But when a new man moves into the apartment next door, it's Fred, not Nora, who catches his eye. Telling her she can call him "Vivica" after she introduces herself as "Fred," and his quick Marilyn Monroe gesture and voice when she responds "Cool, if we become friends can I call you Viv?" seem to suggest he's gay. But the way he openly leers at her rain-soaked top ("Did I miss the wet t-shirt competition, again?") points to the opposite.
|Eddie Izzard, the only other|
"I'm not trying to fool people into believing I'm an actual woman.... I think being somewhere in between male and female is just as intriguing," Nicholas tells Fred when she questions him about his cross-dressing (110). And it's this mixture of male and female, or, perhaps, of over-the-top campy gayness and aggressive masculinity, that captures Fred's imagination. She dreams about "Nicholas wearing boxer shorts, high heels and a lacy black bra over his muscular chest. He's wearing make-up too, but not much; a little mascara and some dark lipstick. For some reason I am incredibly turned on by the sight. He's half boy, half girl. All gorgeous" (99). But Fred remains cautious, not willing to risk this wonderful friendship, afraid that for her, sex and love cannot be separated, as they can for Nicholas. For Nicholas may be direct about sex, but expressing emotional intimacy is a far different story.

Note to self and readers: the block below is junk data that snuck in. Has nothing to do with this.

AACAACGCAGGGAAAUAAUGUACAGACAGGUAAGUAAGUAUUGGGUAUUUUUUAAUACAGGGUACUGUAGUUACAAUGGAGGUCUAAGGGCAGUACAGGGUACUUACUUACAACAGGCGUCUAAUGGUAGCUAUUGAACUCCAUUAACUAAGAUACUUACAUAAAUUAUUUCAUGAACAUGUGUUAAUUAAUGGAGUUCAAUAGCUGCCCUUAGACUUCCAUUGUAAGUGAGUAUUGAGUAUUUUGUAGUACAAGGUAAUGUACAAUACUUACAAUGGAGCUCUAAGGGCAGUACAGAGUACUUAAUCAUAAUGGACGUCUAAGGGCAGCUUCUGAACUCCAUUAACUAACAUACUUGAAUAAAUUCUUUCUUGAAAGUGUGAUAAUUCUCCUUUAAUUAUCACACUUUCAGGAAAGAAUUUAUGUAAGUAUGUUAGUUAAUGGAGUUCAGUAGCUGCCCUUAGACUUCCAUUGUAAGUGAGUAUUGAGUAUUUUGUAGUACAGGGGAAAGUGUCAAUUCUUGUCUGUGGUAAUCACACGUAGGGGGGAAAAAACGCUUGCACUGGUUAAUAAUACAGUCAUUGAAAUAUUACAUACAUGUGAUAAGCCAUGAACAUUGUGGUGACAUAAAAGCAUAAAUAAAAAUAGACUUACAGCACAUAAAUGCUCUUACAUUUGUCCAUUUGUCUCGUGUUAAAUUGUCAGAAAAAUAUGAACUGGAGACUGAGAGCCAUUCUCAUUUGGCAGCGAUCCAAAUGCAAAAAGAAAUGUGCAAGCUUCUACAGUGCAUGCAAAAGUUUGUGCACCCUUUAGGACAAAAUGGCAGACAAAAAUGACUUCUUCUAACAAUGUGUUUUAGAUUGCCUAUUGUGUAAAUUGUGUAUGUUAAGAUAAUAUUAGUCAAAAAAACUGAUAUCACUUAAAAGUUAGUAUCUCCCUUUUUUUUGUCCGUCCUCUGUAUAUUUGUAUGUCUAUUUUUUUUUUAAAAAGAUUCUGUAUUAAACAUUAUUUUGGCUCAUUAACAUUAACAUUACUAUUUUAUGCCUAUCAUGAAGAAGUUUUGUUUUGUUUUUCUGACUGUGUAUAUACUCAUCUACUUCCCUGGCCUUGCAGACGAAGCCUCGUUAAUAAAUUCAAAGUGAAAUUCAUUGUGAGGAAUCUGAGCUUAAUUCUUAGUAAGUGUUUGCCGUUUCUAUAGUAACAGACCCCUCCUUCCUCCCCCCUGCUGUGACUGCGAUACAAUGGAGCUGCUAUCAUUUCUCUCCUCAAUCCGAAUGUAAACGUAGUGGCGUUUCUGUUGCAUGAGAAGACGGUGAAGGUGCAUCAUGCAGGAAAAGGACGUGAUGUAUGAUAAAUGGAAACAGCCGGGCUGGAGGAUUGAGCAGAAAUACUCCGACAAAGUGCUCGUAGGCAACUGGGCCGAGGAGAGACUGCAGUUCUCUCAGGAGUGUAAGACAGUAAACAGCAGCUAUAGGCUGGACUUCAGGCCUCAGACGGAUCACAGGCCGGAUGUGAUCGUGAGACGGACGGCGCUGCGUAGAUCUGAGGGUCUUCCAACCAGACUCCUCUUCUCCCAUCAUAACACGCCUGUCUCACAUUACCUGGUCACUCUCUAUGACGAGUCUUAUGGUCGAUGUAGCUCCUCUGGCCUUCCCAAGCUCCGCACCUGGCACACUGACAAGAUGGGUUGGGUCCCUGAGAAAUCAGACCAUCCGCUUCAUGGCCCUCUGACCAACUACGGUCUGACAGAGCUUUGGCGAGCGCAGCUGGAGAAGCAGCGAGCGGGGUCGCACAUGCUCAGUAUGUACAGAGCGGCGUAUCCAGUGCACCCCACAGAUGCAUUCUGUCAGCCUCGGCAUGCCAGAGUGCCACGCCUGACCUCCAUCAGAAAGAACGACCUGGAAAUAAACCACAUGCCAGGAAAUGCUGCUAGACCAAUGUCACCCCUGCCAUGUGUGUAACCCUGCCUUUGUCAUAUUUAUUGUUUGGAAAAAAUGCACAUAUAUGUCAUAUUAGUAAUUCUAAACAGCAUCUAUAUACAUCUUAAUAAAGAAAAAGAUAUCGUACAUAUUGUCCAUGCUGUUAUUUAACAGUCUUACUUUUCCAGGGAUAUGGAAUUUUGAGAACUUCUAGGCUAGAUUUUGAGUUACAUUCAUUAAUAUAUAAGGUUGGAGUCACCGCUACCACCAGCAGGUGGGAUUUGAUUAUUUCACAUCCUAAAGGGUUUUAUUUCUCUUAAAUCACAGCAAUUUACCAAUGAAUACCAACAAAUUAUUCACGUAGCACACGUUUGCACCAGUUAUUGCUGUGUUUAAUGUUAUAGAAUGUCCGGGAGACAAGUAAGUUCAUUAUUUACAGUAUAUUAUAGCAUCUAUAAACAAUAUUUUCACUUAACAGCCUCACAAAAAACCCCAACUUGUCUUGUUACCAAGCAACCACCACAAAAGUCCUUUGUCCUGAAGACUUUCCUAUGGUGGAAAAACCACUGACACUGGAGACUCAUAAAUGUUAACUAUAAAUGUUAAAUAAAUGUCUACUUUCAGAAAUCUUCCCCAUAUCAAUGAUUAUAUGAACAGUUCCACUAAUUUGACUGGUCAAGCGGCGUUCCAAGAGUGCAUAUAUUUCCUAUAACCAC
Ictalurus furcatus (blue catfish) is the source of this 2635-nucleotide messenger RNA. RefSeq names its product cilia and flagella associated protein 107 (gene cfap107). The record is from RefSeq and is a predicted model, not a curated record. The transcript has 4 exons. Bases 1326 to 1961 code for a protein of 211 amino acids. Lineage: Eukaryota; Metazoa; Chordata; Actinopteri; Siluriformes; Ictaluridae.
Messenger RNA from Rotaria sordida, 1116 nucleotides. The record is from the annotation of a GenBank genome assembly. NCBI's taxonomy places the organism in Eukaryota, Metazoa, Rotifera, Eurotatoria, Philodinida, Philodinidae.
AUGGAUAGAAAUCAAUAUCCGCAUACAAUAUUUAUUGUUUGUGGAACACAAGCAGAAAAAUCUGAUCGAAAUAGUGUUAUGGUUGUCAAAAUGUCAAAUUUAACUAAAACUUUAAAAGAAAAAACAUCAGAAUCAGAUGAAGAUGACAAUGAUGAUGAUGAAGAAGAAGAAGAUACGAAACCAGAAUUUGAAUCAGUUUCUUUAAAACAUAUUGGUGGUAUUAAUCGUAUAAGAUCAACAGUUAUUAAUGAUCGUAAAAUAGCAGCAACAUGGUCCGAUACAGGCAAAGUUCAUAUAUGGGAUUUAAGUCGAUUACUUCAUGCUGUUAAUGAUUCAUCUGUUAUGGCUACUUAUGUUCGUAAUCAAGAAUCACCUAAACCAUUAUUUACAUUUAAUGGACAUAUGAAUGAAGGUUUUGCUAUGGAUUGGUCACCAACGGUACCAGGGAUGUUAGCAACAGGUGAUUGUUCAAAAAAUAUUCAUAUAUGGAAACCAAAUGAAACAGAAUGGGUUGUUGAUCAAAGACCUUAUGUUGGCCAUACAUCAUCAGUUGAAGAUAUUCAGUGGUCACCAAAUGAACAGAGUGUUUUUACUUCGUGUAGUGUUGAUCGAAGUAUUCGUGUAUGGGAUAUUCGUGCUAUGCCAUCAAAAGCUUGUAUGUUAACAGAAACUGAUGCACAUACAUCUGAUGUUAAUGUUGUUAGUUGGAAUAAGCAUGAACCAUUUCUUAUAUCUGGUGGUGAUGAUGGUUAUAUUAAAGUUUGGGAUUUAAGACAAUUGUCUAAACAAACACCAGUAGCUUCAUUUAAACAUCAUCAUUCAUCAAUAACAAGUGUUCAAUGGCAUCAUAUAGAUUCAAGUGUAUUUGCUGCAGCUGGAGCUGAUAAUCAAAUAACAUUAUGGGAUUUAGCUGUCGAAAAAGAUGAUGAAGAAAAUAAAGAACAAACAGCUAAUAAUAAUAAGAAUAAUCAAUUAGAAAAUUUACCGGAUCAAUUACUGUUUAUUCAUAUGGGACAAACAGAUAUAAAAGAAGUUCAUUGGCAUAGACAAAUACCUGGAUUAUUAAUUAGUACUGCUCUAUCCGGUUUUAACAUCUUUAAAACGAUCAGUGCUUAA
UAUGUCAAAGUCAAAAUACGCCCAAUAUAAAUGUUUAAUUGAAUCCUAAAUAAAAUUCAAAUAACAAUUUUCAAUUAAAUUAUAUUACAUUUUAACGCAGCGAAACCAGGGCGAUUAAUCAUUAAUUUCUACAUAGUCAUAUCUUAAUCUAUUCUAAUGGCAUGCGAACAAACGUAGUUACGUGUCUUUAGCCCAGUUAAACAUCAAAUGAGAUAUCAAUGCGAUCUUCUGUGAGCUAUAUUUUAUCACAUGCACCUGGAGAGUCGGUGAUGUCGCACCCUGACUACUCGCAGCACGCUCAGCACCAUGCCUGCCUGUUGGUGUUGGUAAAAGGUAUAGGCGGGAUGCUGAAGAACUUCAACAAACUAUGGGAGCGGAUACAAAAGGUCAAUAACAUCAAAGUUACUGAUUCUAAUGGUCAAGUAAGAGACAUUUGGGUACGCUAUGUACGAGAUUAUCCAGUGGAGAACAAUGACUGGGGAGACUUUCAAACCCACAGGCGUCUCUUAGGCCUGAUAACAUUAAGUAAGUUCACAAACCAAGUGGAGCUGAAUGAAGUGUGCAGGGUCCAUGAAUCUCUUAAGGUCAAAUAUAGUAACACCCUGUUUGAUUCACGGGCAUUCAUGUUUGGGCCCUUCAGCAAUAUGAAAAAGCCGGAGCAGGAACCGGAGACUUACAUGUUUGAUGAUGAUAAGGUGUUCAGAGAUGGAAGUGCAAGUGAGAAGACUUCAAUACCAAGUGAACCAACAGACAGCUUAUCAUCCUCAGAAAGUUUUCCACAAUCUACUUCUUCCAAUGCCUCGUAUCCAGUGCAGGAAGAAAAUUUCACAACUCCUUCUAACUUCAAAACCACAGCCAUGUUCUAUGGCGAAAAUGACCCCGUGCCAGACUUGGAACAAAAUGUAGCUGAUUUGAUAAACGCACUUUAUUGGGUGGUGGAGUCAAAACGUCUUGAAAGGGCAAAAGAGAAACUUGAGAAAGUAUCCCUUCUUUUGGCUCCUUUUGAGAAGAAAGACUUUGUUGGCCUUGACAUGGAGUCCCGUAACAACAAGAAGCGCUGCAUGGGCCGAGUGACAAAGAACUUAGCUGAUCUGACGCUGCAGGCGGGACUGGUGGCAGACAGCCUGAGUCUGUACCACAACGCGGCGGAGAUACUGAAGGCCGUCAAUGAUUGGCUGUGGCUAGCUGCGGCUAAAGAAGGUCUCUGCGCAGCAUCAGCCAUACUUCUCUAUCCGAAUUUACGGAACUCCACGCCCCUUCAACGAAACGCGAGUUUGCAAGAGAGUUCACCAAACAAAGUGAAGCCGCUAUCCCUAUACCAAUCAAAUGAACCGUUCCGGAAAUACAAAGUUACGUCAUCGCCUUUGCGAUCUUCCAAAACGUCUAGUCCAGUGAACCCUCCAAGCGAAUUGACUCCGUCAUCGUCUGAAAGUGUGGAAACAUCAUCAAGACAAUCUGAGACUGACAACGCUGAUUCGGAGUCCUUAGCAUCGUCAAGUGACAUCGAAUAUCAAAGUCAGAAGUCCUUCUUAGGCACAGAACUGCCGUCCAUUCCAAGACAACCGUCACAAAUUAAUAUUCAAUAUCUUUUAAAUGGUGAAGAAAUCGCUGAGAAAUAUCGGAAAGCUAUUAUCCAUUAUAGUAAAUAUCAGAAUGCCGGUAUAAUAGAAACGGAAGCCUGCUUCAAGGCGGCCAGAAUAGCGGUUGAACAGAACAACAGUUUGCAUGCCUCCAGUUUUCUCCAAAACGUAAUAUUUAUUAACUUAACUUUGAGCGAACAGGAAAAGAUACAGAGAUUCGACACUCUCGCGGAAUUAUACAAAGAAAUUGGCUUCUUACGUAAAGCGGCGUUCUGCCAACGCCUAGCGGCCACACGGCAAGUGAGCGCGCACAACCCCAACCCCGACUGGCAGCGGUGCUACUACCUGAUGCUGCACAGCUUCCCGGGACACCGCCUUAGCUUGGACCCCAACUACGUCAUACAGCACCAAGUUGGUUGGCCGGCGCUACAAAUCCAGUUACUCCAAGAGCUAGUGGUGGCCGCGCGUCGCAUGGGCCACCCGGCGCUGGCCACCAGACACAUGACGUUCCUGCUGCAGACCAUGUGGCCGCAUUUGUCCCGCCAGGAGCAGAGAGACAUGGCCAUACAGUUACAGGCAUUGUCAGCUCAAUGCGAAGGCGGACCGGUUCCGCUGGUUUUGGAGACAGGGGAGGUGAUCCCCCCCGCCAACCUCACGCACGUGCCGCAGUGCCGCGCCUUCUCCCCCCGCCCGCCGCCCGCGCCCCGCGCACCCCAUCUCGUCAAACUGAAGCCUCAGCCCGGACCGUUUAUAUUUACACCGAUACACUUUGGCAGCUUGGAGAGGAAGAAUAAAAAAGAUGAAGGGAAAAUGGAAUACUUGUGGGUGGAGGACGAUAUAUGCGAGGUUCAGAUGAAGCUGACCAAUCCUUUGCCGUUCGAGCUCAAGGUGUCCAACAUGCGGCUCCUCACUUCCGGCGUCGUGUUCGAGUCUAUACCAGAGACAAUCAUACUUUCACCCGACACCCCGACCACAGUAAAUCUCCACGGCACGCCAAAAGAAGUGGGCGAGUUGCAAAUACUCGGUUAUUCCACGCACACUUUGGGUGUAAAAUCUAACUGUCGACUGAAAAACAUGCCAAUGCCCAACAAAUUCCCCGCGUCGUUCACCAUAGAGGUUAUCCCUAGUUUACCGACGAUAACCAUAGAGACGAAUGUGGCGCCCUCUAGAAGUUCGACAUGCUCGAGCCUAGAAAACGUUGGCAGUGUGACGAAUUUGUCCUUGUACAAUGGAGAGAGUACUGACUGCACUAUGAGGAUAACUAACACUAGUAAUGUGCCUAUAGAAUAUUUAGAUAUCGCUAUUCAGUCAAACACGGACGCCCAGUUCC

Cosway's novel acknowledges that Nicholas's urge to cross-dress stems from childhood loss and trauma. But like Anna Cowan's Untamed, Painted Faces never indulges in the "love will fix you" trope, never suggests that the feminine "painted face" that Nicholas puts on is something that needs to be set aside if he is to be psychologically whole. A fitting acceptance for a book dedicated to "all the men who are women and the women who are men, the men who are men and the women who are women. And those of you who are a little bit of both. You colour my world" (3).
Labor Day: ThinkProgress.org
Eddie Izzard: Eddie Izzard Fans.com
L. H. Cosway, Painted Faces.